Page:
Finally, the headphones integrate with Apple and Google’s Find My systems, so you can locate them if you misplace them, regardless of the platform.

Cleaner rhythm sound

The plush ear cushions create a fairly tight seal in the ear, which helps boost the bass. Photograph: Samuel Gibbs/The Guardian

Beats sound quality has improved dramatically in recent years and the Solo 4 is no exception. They produce a clean, clear sound with good pitch separation that’s easy to listen to across genres, but they require a bit of volume to sound their best.

They emphasize treble, which accentuates vocals, and lack the rich bass of their predecessors, producing a flatter response with bass only when necessary. Those looking for big, boomy bass may want to look elsewhere.

They lack noise cancellation and have relatively poor passive isolation, so they’re not the best choice for quiet listening. Call quality is excellent in quiet or noisy environments, transmitting clearly with a relatively natural sound and preventing background noise from infiltrating the recipient’s call.


Apple does not provide an expected lifespan for the batteries, but typical lithium batteries last more than 500 full charge cycles with at least 80% of their original capacity.

apple will do it replace the battery out of warranty for £95. The headphones are made from recycled plastic, but Apple does not publish environmental impact reports for accessories like the headphones. The company offers free exchange and recycling programs, even for non-Apple products.


Beats Solo 4 cost €199.95 (€229.95/$199.99/AU$329.95).

For comparison, the Beats Studio Pro costs £350the cost of the Sony ULT Wear £150 and the Marshall Major V costs £130.


The Beats Solo 4 are a great update to a popular pair of headphones. Not much has changed on the design front, with only minor improvements here and there, but the improvements to sound and features are very welcome.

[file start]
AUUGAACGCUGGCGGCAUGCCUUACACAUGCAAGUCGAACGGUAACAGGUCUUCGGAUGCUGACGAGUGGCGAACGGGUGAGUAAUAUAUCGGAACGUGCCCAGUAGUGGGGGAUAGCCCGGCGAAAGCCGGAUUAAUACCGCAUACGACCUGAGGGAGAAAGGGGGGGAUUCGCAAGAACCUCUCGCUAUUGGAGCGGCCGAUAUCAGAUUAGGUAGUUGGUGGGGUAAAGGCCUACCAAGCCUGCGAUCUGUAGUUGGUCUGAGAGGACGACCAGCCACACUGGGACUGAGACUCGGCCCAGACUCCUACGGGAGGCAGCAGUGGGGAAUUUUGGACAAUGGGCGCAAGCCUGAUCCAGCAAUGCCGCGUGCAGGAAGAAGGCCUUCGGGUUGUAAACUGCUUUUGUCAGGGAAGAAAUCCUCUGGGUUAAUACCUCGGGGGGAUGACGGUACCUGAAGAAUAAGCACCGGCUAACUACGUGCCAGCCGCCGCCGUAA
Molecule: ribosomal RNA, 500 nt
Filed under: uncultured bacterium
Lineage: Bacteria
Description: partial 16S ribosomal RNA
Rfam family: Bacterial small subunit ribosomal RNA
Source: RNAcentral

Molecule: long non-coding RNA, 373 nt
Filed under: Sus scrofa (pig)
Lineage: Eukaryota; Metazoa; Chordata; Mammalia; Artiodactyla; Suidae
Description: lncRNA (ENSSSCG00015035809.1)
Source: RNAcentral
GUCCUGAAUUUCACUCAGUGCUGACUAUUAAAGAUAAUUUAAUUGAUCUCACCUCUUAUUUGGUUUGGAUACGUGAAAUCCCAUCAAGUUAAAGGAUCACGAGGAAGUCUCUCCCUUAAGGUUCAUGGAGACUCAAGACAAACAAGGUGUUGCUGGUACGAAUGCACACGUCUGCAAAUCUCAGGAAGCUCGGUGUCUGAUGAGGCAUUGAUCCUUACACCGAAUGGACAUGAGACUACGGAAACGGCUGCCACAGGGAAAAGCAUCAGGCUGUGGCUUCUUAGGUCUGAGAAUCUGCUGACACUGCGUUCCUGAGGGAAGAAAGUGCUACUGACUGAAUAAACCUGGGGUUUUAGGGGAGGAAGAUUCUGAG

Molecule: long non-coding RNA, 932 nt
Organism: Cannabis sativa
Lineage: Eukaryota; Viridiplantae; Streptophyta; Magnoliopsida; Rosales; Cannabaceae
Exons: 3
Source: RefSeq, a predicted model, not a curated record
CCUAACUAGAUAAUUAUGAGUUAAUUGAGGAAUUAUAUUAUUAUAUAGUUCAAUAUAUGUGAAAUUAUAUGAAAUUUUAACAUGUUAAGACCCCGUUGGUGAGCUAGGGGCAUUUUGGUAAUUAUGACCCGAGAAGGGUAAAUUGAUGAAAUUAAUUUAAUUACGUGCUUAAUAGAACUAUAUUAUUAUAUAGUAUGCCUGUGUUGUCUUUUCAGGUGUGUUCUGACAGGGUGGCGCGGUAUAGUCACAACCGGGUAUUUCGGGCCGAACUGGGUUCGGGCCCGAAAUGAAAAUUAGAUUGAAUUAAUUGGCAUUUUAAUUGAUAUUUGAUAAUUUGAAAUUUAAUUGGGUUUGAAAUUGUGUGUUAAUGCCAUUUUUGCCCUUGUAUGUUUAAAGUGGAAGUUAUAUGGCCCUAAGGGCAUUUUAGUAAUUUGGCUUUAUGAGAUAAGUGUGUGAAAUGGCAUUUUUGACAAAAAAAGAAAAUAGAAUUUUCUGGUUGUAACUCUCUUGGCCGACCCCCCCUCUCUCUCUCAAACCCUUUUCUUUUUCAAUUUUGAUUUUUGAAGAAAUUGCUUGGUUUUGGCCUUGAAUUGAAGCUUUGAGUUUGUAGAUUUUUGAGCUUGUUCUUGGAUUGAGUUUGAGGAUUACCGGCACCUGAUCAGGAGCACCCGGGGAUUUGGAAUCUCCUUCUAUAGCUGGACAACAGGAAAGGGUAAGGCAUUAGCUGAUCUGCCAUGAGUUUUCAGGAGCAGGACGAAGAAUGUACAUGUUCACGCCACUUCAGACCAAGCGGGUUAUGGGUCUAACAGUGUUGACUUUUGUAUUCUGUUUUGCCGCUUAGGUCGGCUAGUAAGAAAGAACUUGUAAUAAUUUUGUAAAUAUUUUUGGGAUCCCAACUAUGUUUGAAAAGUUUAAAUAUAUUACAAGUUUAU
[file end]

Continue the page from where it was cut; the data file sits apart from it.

Full cross-platform support on Android and iPhone is a great feature if you live in both camps. USB-C charging and audio, plus the 3.5mm headphone jack, are welcome. The fit is quite comfortable, but like all over-ear headphones, they can become fatiguing during long listening sessions.

The improved, less bass-dominated sound is an improvement for everyone except those looking for big, punchy bass. The lack of noise cancellation and smaller features, such as wear sensors to pause music when removed, make them less attractive than their similarly priced rivals.

You’re certainly paying for the brand, but the Beats Solo 4 are a solid entry that will no doubt prove as popular as their trend-setting predecessors, particularly given the dwindling competition for in-ear shape.

Advantages: good sound, cross-platform compatibility with improved features for iPhone and Android, spatial audio with head tracking, can use USB-C or 3.5mm cable, as well as Bluetooth, long battery life, good button controls, recycled materials .

Cons: expensive, doesn’t pause music when removed, doesn’t cancel noise, design hasn’t changed significantly in years, doesn’t support higher quality Bluetooth audio formats.

You can use USB-C or the 3.5mm headphone jack for wireless listening. Photograph: Samuel Gibbs/The Guardian